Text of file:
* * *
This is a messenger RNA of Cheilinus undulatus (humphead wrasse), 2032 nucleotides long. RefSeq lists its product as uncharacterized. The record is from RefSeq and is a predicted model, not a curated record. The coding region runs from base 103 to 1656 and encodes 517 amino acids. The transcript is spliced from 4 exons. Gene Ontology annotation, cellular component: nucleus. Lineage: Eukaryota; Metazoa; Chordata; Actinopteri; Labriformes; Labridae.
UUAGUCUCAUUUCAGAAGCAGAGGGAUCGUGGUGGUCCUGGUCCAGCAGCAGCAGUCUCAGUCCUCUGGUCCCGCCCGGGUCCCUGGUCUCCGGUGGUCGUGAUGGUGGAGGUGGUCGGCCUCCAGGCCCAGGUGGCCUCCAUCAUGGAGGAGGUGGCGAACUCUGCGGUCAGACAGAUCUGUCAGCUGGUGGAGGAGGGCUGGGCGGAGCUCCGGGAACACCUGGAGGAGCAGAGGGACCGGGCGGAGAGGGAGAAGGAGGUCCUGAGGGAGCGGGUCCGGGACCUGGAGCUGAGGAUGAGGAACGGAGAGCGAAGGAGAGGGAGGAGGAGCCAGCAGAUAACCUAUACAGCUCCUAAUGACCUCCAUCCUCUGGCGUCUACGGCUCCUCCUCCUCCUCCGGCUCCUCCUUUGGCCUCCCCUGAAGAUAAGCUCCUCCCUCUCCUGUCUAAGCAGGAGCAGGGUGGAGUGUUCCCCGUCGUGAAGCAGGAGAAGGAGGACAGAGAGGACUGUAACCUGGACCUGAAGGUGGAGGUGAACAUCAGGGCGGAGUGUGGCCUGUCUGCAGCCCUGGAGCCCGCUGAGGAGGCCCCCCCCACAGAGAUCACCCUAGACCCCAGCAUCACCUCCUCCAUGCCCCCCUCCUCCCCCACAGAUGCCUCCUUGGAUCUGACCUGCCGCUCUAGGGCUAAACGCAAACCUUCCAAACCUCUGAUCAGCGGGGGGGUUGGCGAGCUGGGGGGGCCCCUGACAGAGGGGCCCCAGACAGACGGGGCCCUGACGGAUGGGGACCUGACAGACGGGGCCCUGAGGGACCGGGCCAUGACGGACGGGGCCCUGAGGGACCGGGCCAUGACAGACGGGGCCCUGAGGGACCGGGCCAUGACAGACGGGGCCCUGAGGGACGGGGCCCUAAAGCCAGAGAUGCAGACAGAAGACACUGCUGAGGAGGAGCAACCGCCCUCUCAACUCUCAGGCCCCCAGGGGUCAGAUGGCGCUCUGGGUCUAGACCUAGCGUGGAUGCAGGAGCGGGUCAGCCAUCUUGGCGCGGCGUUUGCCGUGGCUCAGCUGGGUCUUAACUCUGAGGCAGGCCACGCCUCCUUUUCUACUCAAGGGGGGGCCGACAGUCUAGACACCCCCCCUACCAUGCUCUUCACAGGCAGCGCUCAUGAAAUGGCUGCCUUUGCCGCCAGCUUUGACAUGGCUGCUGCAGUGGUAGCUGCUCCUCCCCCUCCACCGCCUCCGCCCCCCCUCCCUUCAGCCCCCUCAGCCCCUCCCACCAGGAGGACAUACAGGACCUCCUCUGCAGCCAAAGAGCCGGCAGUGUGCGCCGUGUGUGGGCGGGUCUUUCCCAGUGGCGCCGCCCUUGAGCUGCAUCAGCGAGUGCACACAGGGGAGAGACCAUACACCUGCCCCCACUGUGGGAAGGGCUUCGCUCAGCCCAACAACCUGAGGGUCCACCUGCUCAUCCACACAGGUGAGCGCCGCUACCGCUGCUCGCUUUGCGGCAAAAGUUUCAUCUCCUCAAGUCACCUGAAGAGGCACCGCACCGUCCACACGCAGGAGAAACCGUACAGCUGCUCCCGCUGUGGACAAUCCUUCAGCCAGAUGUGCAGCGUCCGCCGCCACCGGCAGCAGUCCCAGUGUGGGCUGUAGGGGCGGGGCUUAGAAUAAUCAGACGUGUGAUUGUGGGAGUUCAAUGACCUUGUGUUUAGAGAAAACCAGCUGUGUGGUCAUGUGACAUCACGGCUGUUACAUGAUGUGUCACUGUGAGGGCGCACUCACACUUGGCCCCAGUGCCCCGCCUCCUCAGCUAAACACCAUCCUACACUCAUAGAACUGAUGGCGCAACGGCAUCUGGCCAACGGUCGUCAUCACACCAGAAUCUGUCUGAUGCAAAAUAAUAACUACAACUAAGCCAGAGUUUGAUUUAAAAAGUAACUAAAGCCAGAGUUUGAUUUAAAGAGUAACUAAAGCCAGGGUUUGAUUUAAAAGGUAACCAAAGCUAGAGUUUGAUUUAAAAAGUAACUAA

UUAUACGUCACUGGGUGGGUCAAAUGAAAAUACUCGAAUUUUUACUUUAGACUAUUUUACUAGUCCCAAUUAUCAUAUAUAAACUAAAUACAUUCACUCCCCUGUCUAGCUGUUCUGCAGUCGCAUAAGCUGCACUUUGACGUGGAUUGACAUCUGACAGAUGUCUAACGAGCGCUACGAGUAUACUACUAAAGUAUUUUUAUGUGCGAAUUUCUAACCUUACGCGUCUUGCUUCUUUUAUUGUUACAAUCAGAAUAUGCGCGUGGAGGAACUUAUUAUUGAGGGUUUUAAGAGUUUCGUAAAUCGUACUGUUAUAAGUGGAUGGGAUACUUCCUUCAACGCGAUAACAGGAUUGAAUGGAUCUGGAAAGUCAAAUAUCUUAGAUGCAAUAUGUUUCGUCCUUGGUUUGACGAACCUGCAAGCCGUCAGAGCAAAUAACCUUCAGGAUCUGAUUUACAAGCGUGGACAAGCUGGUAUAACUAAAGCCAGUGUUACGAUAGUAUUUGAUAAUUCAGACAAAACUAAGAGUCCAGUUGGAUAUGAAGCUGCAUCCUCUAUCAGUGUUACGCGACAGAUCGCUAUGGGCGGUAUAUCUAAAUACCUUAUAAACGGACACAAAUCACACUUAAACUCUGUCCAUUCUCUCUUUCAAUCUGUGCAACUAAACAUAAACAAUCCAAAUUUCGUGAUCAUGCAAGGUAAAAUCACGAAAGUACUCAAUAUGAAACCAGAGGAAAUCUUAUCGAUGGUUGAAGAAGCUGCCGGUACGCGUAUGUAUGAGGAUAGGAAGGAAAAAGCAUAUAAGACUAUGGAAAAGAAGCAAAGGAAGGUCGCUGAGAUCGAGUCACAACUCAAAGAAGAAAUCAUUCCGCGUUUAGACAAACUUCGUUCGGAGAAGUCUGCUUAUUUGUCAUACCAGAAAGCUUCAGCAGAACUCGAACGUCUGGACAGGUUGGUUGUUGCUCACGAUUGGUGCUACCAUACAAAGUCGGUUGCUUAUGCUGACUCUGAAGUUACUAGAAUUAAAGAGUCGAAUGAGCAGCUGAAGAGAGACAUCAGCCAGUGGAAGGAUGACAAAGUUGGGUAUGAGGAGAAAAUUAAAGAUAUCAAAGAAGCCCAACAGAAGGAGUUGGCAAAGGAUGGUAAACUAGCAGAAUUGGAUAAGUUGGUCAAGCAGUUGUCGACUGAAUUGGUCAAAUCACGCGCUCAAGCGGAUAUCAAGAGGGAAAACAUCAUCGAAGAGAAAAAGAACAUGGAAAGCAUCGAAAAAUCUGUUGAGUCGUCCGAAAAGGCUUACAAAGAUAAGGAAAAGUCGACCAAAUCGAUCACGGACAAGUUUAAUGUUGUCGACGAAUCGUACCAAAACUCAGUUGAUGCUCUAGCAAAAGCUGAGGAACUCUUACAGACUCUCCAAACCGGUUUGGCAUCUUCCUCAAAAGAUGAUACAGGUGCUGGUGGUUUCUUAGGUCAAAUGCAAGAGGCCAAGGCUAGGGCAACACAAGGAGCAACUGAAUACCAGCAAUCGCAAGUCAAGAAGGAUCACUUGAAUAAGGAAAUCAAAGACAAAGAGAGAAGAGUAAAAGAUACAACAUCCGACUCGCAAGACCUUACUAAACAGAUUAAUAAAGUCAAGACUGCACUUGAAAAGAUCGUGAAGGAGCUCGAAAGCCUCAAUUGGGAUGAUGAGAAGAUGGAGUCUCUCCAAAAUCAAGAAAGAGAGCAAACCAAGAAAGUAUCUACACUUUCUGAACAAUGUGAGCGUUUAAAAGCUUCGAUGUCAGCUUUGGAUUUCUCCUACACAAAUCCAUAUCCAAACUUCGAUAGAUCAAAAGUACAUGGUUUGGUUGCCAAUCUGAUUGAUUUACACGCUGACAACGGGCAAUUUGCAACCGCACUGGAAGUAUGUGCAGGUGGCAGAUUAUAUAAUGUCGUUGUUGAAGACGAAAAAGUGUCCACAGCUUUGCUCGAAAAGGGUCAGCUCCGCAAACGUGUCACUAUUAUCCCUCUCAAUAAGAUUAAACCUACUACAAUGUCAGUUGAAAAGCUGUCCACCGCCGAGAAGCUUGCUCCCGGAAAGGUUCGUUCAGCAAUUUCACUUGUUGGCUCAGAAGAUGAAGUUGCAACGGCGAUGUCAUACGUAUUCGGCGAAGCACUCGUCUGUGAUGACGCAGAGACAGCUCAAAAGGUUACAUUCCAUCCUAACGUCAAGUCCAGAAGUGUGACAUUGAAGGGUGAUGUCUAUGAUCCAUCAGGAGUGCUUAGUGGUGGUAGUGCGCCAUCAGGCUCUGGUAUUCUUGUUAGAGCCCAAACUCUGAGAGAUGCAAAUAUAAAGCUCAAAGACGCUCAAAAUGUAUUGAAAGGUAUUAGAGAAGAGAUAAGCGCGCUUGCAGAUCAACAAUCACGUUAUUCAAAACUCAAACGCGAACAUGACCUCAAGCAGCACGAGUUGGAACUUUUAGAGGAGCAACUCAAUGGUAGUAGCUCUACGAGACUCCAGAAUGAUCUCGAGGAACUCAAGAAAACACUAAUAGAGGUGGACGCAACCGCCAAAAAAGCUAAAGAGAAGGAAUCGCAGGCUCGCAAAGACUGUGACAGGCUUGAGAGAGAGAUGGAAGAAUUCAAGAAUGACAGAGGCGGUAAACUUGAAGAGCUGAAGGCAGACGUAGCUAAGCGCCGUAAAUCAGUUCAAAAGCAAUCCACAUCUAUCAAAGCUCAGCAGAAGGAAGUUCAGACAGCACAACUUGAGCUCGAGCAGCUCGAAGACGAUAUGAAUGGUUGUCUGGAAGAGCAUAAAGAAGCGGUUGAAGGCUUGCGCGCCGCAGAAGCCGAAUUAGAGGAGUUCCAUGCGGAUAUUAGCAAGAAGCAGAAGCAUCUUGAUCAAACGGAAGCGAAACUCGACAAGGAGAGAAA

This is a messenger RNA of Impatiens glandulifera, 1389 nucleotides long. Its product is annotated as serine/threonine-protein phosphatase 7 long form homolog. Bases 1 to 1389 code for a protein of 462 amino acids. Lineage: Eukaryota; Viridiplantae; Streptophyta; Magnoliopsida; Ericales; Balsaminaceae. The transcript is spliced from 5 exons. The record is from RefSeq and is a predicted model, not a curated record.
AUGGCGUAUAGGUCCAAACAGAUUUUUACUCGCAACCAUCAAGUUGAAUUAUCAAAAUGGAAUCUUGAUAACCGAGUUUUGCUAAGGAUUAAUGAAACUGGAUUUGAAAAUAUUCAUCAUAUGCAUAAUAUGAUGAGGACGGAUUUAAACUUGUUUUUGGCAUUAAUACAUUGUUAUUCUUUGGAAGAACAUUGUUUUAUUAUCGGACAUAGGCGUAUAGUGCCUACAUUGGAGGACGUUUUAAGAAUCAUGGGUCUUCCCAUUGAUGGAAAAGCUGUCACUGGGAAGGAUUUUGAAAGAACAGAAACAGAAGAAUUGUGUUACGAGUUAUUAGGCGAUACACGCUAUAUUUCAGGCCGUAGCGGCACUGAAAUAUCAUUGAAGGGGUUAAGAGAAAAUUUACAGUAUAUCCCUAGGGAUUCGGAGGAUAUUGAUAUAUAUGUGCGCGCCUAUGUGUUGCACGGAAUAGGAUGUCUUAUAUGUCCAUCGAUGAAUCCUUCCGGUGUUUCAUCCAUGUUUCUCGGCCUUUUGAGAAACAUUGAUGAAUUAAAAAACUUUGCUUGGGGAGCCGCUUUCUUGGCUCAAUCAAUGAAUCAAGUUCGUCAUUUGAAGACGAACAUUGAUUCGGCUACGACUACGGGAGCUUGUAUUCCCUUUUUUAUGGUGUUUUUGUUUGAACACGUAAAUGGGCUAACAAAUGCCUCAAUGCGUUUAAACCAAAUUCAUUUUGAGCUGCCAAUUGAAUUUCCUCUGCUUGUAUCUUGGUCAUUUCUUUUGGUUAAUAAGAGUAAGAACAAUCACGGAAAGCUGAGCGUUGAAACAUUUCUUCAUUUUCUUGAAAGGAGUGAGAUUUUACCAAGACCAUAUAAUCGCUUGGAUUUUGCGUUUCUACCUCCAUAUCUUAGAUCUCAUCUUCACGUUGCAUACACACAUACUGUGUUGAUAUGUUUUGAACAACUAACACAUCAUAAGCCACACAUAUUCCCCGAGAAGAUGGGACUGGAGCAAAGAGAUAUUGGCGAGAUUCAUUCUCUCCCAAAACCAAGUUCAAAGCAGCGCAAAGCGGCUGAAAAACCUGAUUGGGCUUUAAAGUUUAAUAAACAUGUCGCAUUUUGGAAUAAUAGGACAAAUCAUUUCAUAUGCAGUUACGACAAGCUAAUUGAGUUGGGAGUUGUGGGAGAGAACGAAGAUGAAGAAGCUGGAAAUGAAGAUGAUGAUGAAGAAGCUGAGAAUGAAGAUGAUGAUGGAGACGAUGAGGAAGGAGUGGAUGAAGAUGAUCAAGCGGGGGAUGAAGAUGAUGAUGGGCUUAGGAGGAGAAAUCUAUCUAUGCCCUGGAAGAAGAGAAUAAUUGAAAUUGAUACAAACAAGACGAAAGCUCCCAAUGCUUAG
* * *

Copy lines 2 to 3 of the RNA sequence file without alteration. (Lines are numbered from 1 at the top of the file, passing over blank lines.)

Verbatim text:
UUAGUCUCAUUUCAGAAGCAGAGGGAUCGUGGUGGUCCUGGUCCAGCAGCAGCAGUCUCAGUCCUCUGGUCCCGCCCGGGUCCCUGGUCUCCGGUGGUCGUGAUGGUGGAGGUGGUCGGCCUCCAGGCCCAGGUGGCCUCCAUCAUGGAGGAGGUGGCGAACUCUGCGGUCAGACAGAUCUGUCAGCUGGUGGAGGAGGGCUGGGCGGAGCUCCGGGAACACCUGGAGGAGCAGAGGGACCGGGCGGAGAGGGAGAAGGAGGUCCUGAGGGAGCGGGUCCGGGACCUGGAGCUGAGGAUGAGGAACGGAGAGCGAAGGAGAGGGAGGAGGAGCCAGCAGAUAACCUAUACAGCUCCUAAUGACCUCCAUCCUCUGGCGUCUACGGCUCCUCCUCCUCCUCCGGCUCCUCCUUUGGCCUCCCCUGAAGAUAAGCUCCUCCCUCUCCUGUCUAAGCAGGAGCAGGGUGGAGUGUUCCCCGUCGUGAAGCAGGAGAAGGAGGACAGAGAGGACUGUAACCUGGACCUGAAGGUGGAGGUGAACAUCAGGGCGGAGUGUGGCCUGUCUGCAGCCCUGGAGCCCGCUGAGGAGGCCCCCCCCACAGAGAUCACCCUAGACCCCAGCAUCACCUCCUCCAUGCCCCCCUCCUCCCCCACAGAUGCCUCCUUGGAUCUGACCUGCCGCUCUAGGGCUAAACGCAAACCUUCCAAACCUCUGAUCAGCGGGGGGGUUGGCGAGCUGGGGGGGCCCCUGACAGAGGGGCCCCAGACAGACGGGGCCCUGACGGAUGGGGACCUGACAGACGGGGCCCUGAGGGACCGGGCCAUGACGGACGGGGCCCUGAGGGACCGGGCCAUGACAGACGGGGCCCUGAGGGACCGGGCCAUGACAGACGGGGCCCUGAGGGACGGGGCCCUAAAGCCAGAGAUGCAGACAGAAGACACUGCUGAGGAGGAGCAACCGCCCUCUCAACUCUCAGGCCCCCAGGGGUCAGAUGGCGCUCUGGGUCUAGACCUAGCGUGGAUGCAGGAGCGGGUCAGCCAUCUUGGCGCGGCGUUUGCCGUGGCUCAGCUGGGUCUUAACUCUGAGGCAGGCCACGCCUCCUUUUCUACUCAAGGGGGGGCCGACAGUCUAGACACCCCCCCUACCAUGCUCUUCACAGGCAGCGCUCAUGAAAUGGCUGCCUUUGCCGCCAGCUUUGACAUGGCUGCUGCAGUGGUAGCUGCUCCUCCCCCUCCACCGCCUCCGCCCCCCCUCCCUUCAGCCCCCUCAGCCCCUCCCACCAGGAGGACAUACAGGACCUCCUCUGCAGCCAAAGAGCCGGCAGUGUGCGCCGUGUGUGGGCGGGUCUUUCCCAGUGGCGCCGCCCUUGAGCUGCAUCAGCGAGUGCACACAGGGGAGAGACCAUACACCUGCCCCCACUGUGGGAAGGGCUUCGCUCAGCCCAACAACCUGAGGGUCCACCUGCUCAUCCACACAGGUGAGCGCCGCUACCGCUGCUCGCUUUGCGGCAAAAGUUUCAUCUCCUCAAGUCACCUGAAGAGGCACCGCACCGUCCACACGCAGGAGAAACCGUACAGCUGCUCCCGCUGUGGACAAUCCUUCAGCCAGAUGUGCAGCGUCCGCCGCCACCGGCAGCAGUCCCAGUGUGGGCUGUAGGGGCGGGGCUUAGAAUAAUCAGACGUGUGAUUGUGGGAGUUCAAUGACCUUGUGUUUAGAGAAAACCAGCUGUGUGGUCAUGUGACAUCACGGCUGUUACAUGAUGUGUCACUGUGAGGGCGCACUCACACUUGGCCCCAGUGCCCCGCCUCCUCAGCUAAACACCAUCCUACACUCAUAGAACUGAUGGCGCAACGGCAUCUGGCCAACGGUCGUCAUCACACCAGAAUCUGUCUGAUGCAAAAUAAUAACUACAACUAAGCCAGAGUUUGAUUUAAAAAGUAACUAAAGCCAGAGUUUGAUUUAAAGAGUAACUAAAGCCAGGGUUUGAUUUAAAAGGUAACCAAAGCUAGAGUUUGAUUUAAAAAGUAACUAA

UUAUACGUCACUGGGUGGGUCAAAUGAAAAUACUCGAAUUUUUACUUUAGACUAUUUUACUAGUCCCAAUUAUCAUAUAUAAACUAAAUACAUUCACUCCCCUGUCUAGCUGUUCUGCAGUCGCAUAAGCUGCACUUUGACGUGGAUUGACAUCUGACAGAUGUCUAACGAGCGCUACGAGUAUACUACUAAAGUAUUUUUAUGUGCGAAUUUCUAACCUUACGCGUCUUGCUUCUUUUAUUGUUACAAUCAGAAUAUGCGCGUGGAGGAACUUAUUAUUGAGGGUUUUAAGAGUUUCGUAAAUCGUACUGUUAUAAGUGGAUGGGAUACUUCCUUCAACGCGAUAACAGGAUUGAAUGGAUCUGGAAAGUCAAAUAUCUUAGAUGCAAUAUGUUUCGUCCUUGGUUUGACGAACCUGCAAGCCGUCAGAGCAAAUAACCUUCAGGAUCUGAUUUACAAGCGUGGACAAGCUGGUAUAACUAAAGCCAGUGUUACGAUAGUAUUUGAUAAUUCAGACAAAACUAAGAGUCCAGUUGGAUAUGAAGCUGCAUCCUCUAUCAGUGUUACGCGACAGAUCGCUAUGGGCGGUAUAUCUAAAUACCUUAUAAACGGACACAAAUCACACUUAAACUCUGUCCAUUCUCUCUUUCAAUCUGUGCAACUAAACAUAAACAAUCCAAAUUUCGUGAUCAUGCAAGGUAAAAUCACGAAAGUACUCAAUAUGAAACCAGAGGAAAUCUUAUCGAUGGUUGAAGAAGCUGCCGGUACGCGUAUGUAUGAGGAUAGGAAGGAAAAAGCAUAUAAGACUAUGGAAAAGAAGCAAAGGAAGGUCGCUGAGAUCGAGUCACAACUCAAAGAAGAAAUCAUUCCGCGUUUAGACAAACUUCGUUCGGAGAAGUCUGCUUAUUUGUCAUACCAGAAAGCUUCAGCAGAACUCGAACGUCUGGACAGGUUGGUUGUUGCUCACGAUUGGUGCUACCAUACAAAGUCGGUUGCUUAUGCUGACUCUGAAGUUACUAGAAUUAAAGAGUCGAAUGAGCAGCUGAAGAGAGACAUCAGCCAGUGGAAGGAUGACAAAGUUGGGUAUGAGGAGAAAAUUAAAGAUAUCAAAGAAGCCCAACAGAAGGAGUUGGCAAAGGAUGGUAAACUAGCAGAAUUGGAUAAGUUGGUCAAGCAGUUGUCGACUGAAUUGGUCAAAUCACGCGCUCAAGCGGAUAUCAAGAGGGAAAACAUCAUCGAAGAGAAAAAGAACAUGGAAAGCAUCGAAAAAUCUGUUGAGUCGUCCGAAAAGGCUUACAAAGAUAAGGAAAAGUCGACCAAAUCGAUCACGGACAAGUUUAAUGUUGUCGACGAAUCGUACCAAAACUCAGUUGAUGCUCUAGCAAAAGCUGAGGAACUCUUACAGACUCUCCAAACCGGUUUGGCAUCUUCCUCAAAAGAUGAUACAGGUGCUGGUGGUUUCUUAGGUCAAAUGCAAGAGGCCAAGGCUAGGGCAACACAAGGAGCAACUGAAUACCAGCAAUCGCAAGUCAAGAAGGAUCACUUGAAUAAGGAAAUCAAAGACAAAGAGAGAAGAGUAAAAGAUACAACAUCCGACUCGCAAGACCUUACUAAACAGAUUAAUAAAGUCAAGACUGCACUUGAAAAGAUCGUGAAGGAGCUCGAAAGCCUCAAUUGGGAUGAUGAGAAGAUGGAGUCUCUCCAAAAUCAAGAAAGAGAGCAAACCAAGAAAGUAUCUACACUUUCUGAACAAUGUGAGCGUUUAAAAGCUUCGAUGUCAGCUUUGGAUUUCUCCUACACAAAUCCAUAUCCAAACUUCGAUAGAUCAAAAGUACAUGGUUUGGUUGCCAAUCUGAUUGAUUUACACGCUGACAACGGGCAAUUUGCAACCGCACUGGAAGUAUGUGCAGGUGGCAGAUUAUAUAAUGUCGUUGUUGAAGACGAAAAAGUGUCCACAGCUUUGCUCGAAAAGGGUCAGCUCCGCAAACGUGUCACUAUUAUCCCUCUCAAUAAGAUUAAACCUACUACAAUGUCAGUUGAAAAGCUGUCCACCGCCGAGAAGCUUGCUCCCGGAAAGGUUCGUUCAGCAAUUUCACUUGUUGGCUCAGAAGAUGAAGUUGCAACGGCGAUGUCAUACGUAUUCGGCGAAGCACUCGUCUGUGAUGACGCAGAGACAGCUCAAAAGGUUACAUUCCAUCCUAACGUCAAGUCCAGAAGUGUGACAUUGAAGGGUGAUGUCUAUGAUCCAUCAGGAGUGCUUAGUGGUGGUAGUGCGCCAUCAGGCUCUGGUAUUCUUGUUAGAGCCCAAACUCUGAGAGAUGCAAAUAUAAAGCUCAAAGACGCUCAAAAUGUAUUGAAAGGUAUUAGAGAAGAGAUAAGCGCGCUUGCAGAUCAACAAUCACGUUAUUCAAAACUCAAACGCGAACAUGACCUCAAGCAGCACGAGUUGGAACUUUUAGAGGAGCAACUCAAUGGUAGUAGCUCUACGAGACUCCAGAAUGAUCUCGAGGAACUCAAGAAAACACUAAUAGAGGUGGACGCAACCGCCAAAAAAGCUAAAGAGAAGGAAUCGCAGGCUCGCAAAGACUGUGACAGGCUUGAGAGAGAGAUGGAAGAAUUCAAGAAUGACAGAGGCGGUAAACUUGAAGAGCUGAAGGCAGACGUAGCUAAGCGCCGUAAAUCAGUUCAAAAGCAAUCCACAUCUAUCAAAGCUCAGCAGAAGGAAGUUCAGACAGCACAACUUGAGCUCGAGCAGCUCGAAGACGAUAUGAAUGGUUGUCUGGAAGAGCAUAAAGAAGCGGUUGAAGGCUUGCGCGCCGCAGAAGCCGAAUUAGAGGAGUUCCAUGCGGAUAUUAGCAAGAAGCAGAAGCAUCUUGAUCAAACGGAAGCGAAACUCGACAAGGAGAGAAA